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I have this simple test:

double h;
// code that assigns h its initial value, used below
if ((h>0) && (h<1)){
 //branch 1 -some computations
 //branch 2- no computations

I listed my values as I got some really strange results and for example if: h=1 then the first branch is reached and I do not understand why since if h=1 I want branch2 to be computed.
Am I getting confused by something so obvious?


This is how I compute and then use h:

double* QSweep::findIntersection(edge_t edge1,edge_t edge2) {  
point_t p1=myPoints_[edge1[0]];
point_t p2=myPoints_[edge1[1]];
point_t p3=myPoints_[edge2[0]];
point_t p4=myPoints_[edge2[1]];

double xD1,yD1,xD2,yD2,xD3,yD3,xP,yP,h,denom;
double* pt=new double[3];

// calculate differences  

if (denom==0) {
	return NULL;
std::cout<<"h is"<<h<<endl;
if (h < 1) std::cout<<"no"<<endl;
else std::cout<<"yes"<<endl;
if (h==1) {
	return NULL;
if ((h>0)&&(h<1)){
	return NULL;

return pt;



Okay, so it is clear how I should reformulate the condition.


double h;
if (h==1){
   //computations here


double h;
if (abs(h-1)<tolerance){
  //computations here

When I use double numbers.

But how do I reformulate this?

double h;
if (h<1){
   //computations here
share|improve this question
double - says so in the code –  David M Apr 3 '09 at 12:52
@madalina: To determine if it really was 1.0, or just printed as 1.0, try assigning h = 1.0 right before the if, and see which branch that takes. –  unwind Apr 3 '09 at 13:06
Can you show in your code how you listed your values? It may help determine where the problem is. –  Bill the Lizard Apr 3 '09 at 13:19
How did h get to be 1.0? If it was a result of a calculation, you may have lost precision there. –  David Thornley Apr 3 '09 at 13:57

10 Answers 10

Since h is a double, it may have been close enough to 1 to print as 1, but it is actually a bit less than 1 so the comparison succeeds. Floating-point numbers do that a lot.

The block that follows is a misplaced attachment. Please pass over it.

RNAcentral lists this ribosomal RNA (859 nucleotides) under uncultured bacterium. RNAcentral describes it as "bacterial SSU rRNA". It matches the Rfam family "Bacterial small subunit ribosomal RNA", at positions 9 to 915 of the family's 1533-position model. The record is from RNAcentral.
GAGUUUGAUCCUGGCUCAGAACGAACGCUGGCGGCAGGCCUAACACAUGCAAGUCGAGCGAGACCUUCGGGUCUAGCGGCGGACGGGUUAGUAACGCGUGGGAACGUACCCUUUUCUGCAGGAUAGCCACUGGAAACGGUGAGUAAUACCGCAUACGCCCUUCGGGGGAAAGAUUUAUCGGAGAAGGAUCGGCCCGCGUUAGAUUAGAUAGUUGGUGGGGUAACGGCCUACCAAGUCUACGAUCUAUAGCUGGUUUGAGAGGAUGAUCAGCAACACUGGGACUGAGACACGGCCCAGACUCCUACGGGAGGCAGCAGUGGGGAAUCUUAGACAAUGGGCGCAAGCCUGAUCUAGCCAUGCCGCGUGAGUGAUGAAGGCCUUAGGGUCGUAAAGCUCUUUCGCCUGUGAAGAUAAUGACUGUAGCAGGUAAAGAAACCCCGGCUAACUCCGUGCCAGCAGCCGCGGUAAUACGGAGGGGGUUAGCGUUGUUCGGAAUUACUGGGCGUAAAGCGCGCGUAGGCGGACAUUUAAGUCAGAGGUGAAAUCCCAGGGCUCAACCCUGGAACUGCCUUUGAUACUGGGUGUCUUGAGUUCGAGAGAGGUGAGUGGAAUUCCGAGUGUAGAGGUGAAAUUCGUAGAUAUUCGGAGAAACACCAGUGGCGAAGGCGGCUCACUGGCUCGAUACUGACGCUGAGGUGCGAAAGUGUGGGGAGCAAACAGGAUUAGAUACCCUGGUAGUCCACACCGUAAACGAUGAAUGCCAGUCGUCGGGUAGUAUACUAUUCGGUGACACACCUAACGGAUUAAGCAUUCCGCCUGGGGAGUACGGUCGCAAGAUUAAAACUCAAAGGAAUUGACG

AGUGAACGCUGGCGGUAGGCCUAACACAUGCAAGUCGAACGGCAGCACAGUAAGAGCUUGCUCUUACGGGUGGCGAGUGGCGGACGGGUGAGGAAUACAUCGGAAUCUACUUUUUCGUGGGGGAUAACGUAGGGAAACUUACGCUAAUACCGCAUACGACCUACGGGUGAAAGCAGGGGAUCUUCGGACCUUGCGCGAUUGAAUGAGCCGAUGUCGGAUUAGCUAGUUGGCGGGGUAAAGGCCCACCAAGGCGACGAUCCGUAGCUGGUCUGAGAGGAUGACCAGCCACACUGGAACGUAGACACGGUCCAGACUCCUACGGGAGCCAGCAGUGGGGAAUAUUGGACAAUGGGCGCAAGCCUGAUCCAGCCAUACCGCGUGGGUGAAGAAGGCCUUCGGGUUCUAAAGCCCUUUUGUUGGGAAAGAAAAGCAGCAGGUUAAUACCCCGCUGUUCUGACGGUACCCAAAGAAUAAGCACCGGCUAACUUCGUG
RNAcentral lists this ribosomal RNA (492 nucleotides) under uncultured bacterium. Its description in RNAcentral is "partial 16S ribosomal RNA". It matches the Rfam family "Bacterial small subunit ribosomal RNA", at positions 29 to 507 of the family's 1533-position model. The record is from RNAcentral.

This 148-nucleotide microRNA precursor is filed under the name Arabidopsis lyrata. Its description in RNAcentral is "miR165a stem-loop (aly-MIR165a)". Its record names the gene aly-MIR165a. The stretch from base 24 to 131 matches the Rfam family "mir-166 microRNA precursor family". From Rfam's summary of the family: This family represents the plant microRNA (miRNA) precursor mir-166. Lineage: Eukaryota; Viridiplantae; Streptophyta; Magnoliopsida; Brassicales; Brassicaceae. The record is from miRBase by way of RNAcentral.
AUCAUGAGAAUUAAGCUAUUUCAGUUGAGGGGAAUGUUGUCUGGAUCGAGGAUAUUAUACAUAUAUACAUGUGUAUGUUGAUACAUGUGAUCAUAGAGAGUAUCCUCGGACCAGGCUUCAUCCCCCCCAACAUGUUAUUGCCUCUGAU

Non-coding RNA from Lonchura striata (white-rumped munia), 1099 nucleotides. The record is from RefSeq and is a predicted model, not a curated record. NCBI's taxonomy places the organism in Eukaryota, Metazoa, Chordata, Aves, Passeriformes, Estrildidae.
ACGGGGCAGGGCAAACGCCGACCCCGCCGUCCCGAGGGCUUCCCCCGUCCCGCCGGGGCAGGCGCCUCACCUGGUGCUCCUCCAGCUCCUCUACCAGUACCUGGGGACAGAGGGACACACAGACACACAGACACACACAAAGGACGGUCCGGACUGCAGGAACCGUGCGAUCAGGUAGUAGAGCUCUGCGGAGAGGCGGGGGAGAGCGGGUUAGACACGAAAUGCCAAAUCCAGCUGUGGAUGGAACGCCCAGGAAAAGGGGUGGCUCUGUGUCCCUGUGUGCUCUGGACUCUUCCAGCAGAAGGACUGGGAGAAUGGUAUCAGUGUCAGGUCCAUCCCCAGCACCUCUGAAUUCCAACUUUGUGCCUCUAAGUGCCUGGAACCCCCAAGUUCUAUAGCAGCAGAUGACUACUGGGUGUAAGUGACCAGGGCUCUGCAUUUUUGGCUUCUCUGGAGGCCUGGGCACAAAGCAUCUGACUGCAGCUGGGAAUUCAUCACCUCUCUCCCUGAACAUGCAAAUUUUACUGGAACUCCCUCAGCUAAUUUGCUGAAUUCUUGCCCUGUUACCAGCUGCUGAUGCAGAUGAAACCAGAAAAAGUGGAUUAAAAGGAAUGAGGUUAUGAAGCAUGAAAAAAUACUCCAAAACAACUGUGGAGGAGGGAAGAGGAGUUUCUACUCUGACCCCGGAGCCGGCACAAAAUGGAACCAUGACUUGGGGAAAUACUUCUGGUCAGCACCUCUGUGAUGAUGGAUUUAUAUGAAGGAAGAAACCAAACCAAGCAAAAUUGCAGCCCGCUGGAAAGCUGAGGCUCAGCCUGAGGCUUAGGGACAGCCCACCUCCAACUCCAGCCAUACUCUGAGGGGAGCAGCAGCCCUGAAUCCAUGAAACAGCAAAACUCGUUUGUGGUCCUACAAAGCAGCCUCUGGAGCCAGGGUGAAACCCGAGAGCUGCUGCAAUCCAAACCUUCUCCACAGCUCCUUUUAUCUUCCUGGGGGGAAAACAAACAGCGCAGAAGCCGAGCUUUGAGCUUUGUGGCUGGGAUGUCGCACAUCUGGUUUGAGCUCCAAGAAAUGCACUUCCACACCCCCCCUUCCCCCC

share|improve this answer
I dont think that is it, as 1.0 is normally represented as exactly 1 (exponent and mantissa is 0) in floating point bits. –  leppie Apr 3 '09 at 12:56
@leppie: and .999999999 is printed as 1 by most default print functions. And .999999999 < 1 is a true statement. If the value of h were actually 1 then the condition would have failed. –  Welbog Apr 3 '09 at 13:00
printed and actuall values are not the same, but given the input of 1 converted to double (IEEE 754) it will be exactly 1.00000000000000000000000000000000000000000000000000000000000000 –  leppie Apr 3 '09 at 13:02
@leppie: But if h is a calculated double whose value is 0.9999999999 it may display as 1.0 when you print it, but it will correctly evaluate to < 1. –  Bill the Lizard Apr 3 '09 at 13:06
I fail to see where the OP has said "when h prints 1", rather he said "when h=1". –  phresnel Apr 3 '09 at 13:14

Check the actual value of h by printing it out with maximum precision. You'll probably find that it is actually slightly less than 1.0.

I ran the following code as a test

#include <iostream>

int main()
    double h = 1.0;
    if((h>0) && (h<1))
        std::cout << "first branch" << std::endl;
        std::cout << "second branch" << std::endl;

and the output was "first branch" (using g++ 4.3.2 on Ubuntu 8.10), but Indeera mentioned in a comment that the same code running on Windows XP compiled with VS2005 gives the output "second branch" (thanks, Indeera).

You might change your code to compare the differences between h and 0.0 and h and 1.0 to some small delta value.

double allowedDelta = 0.000001;

if( ((h - 0.0) > allowedDelta) && ((1.0 - h) > allowedDelta) )